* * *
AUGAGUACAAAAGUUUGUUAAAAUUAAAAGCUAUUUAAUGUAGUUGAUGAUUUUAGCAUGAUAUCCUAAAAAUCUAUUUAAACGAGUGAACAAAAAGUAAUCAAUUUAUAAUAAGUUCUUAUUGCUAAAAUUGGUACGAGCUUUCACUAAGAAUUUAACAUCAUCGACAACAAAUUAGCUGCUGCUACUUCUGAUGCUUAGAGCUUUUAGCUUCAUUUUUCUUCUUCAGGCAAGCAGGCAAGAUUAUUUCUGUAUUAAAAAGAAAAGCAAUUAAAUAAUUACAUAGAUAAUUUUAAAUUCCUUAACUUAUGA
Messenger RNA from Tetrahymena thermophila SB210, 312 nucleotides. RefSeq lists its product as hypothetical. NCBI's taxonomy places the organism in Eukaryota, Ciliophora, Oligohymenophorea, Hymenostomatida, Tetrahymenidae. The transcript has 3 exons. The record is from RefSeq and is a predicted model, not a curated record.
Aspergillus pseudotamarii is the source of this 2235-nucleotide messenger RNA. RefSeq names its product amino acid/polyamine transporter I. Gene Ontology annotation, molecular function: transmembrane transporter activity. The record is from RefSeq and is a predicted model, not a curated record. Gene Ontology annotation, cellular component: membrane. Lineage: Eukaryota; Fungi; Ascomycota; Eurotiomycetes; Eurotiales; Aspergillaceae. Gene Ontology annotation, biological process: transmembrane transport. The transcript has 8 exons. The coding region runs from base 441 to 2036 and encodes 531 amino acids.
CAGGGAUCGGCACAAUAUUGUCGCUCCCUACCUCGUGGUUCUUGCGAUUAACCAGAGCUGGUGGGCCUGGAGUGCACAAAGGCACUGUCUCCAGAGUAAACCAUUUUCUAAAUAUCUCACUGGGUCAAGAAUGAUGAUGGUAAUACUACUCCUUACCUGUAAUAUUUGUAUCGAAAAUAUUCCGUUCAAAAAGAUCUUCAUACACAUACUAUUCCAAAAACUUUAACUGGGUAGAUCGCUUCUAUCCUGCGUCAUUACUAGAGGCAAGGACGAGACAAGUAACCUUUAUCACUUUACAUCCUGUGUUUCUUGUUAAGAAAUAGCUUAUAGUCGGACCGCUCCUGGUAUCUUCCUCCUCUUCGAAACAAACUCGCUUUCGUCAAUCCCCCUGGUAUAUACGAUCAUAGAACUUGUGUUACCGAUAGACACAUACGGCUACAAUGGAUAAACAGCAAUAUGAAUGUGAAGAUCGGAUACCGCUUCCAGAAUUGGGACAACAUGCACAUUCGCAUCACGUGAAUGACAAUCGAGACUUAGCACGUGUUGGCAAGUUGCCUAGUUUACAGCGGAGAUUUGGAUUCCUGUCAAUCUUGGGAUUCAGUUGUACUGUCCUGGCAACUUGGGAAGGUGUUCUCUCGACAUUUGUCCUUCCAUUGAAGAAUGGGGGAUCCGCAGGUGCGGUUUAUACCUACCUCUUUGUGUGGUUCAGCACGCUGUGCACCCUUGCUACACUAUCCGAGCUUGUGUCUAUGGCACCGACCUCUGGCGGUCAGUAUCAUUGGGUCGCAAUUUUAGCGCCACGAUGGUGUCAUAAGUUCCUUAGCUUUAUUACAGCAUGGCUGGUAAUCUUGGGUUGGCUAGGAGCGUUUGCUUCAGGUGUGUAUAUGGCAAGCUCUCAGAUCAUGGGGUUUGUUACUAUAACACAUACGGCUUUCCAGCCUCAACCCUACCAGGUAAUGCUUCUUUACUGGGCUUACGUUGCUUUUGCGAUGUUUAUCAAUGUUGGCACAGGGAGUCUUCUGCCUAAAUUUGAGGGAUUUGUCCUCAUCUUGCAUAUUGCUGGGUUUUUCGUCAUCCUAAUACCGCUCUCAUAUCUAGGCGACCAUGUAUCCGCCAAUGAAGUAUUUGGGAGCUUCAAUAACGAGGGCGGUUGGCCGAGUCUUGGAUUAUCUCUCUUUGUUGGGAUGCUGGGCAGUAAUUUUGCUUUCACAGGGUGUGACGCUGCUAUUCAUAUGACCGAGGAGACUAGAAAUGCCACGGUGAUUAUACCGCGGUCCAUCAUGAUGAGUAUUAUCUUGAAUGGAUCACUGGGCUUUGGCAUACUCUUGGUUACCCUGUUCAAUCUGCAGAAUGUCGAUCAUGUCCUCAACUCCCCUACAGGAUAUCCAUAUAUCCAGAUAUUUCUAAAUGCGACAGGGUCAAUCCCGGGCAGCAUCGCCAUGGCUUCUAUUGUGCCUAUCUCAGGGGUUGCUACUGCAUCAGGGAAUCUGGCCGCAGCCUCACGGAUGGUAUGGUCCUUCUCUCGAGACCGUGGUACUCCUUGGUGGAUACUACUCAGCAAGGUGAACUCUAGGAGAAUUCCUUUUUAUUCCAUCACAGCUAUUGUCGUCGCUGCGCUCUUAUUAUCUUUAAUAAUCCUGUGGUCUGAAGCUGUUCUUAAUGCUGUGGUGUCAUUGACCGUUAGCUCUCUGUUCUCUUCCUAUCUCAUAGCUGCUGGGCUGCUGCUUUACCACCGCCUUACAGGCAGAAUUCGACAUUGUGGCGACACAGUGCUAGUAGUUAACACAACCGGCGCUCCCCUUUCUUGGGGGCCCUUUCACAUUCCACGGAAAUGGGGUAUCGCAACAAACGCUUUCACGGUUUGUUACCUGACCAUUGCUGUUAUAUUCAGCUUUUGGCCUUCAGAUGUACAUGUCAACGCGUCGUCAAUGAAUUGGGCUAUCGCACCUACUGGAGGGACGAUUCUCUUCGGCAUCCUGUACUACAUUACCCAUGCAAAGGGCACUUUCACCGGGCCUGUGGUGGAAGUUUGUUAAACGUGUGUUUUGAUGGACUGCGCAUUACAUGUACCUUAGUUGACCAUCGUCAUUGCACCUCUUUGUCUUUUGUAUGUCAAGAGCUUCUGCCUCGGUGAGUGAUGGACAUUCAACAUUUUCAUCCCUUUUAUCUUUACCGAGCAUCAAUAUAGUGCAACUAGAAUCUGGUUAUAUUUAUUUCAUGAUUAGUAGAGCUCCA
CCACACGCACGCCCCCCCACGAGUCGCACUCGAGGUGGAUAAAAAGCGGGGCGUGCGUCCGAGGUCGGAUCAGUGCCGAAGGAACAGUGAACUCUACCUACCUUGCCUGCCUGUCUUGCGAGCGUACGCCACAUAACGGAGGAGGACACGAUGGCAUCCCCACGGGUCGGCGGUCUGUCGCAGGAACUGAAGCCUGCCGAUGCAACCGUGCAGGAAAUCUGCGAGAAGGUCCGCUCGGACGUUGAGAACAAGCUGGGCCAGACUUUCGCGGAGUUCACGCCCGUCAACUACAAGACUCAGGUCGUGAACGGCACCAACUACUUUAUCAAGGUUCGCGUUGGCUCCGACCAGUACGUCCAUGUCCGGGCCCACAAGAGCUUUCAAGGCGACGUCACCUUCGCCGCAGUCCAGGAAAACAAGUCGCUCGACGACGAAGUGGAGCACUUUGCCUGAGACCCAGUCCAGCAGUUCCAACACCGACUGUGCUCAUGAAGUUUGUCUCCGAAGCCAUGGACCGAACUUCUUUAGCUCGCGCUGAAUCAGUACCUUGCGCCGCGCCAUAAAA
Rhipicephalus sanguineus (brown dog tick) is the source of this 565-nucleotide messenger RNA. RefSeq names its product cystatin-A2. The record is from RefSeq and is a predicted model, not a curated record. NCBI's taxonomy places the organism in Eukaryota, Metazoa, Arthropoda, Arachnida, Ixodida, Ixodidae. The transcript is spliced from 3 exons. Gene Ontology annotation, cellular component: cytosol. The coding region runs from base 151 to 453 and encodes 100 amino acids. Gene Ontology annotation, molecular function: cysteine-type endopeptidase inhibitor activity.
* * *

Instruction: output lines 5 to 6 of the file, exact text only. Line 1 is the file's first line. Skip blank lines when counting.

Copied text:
CCACACGCACGCCCCCCCACGAGUCGCACUCGAGGUGGAUAAAAAGCGGGGCGUGCGUCCGAGGUCGGAUCAGUGCCGAAGGAACAGUGAACUCUACCUACCUUGCCUGCCUGUCUUGCGAGCGUACGCCACAUAACGGAGGAGGACACGAUGGCAUCCCCACGGGUCGGCGGUCUGUCGCAGGAACUGAAGCCUGCCGAUGCAACCGUGCAGGAAAUCUGCGAGAAGGUCCGCUCGGACGUUGAGAACAAGCUGGGCCAGACUUUCGCGGAGUUCACGCCCGUCAACUACAAGACUCAGGUCGUGAACGGCACCAACUACUUUAUCAAGGUUCGCGUUGGCUCCGACCAGUACGUCCAUGUCCGGGCCCACAAGAGCUUUCAAGGCGACGUCACCUUCGCCGCAGUCCAGGAAAACAAGUCGCUCGACGACGAAGUGGAGCACUUUGCCUGAGACCCAGUCCAGCAGUUCCAACACCGACUGUGCUCAUGAAGUUUGUCUCCGAAGCCAUGGACCGAACUUCUUUAGCUCGCGCUGAAUCAGUACCUUGCGCCGCGCCAUAAAA
Rhipicephalus sanguineus (brown dog tick) is the source of this 565-nucleotide messenger RNA. RefSeq names its product cystatin-A2. The record is from RefSeq and is a predicted model, not a curated record. NCBI's taxonomy places the organism in Eukaryota, Metazoa, Arthropoda, Arachnida, Ixodida, Ixodidae. The transcript is spliced from 3 exons. Gene Ontology annotation, cellular component: cytosol. The coding region runs from base 151 to 453 and encodes 100 amino acids. Gene Ontology annotation, molecular function: cysteine-type endopeptidase inhibitor activity.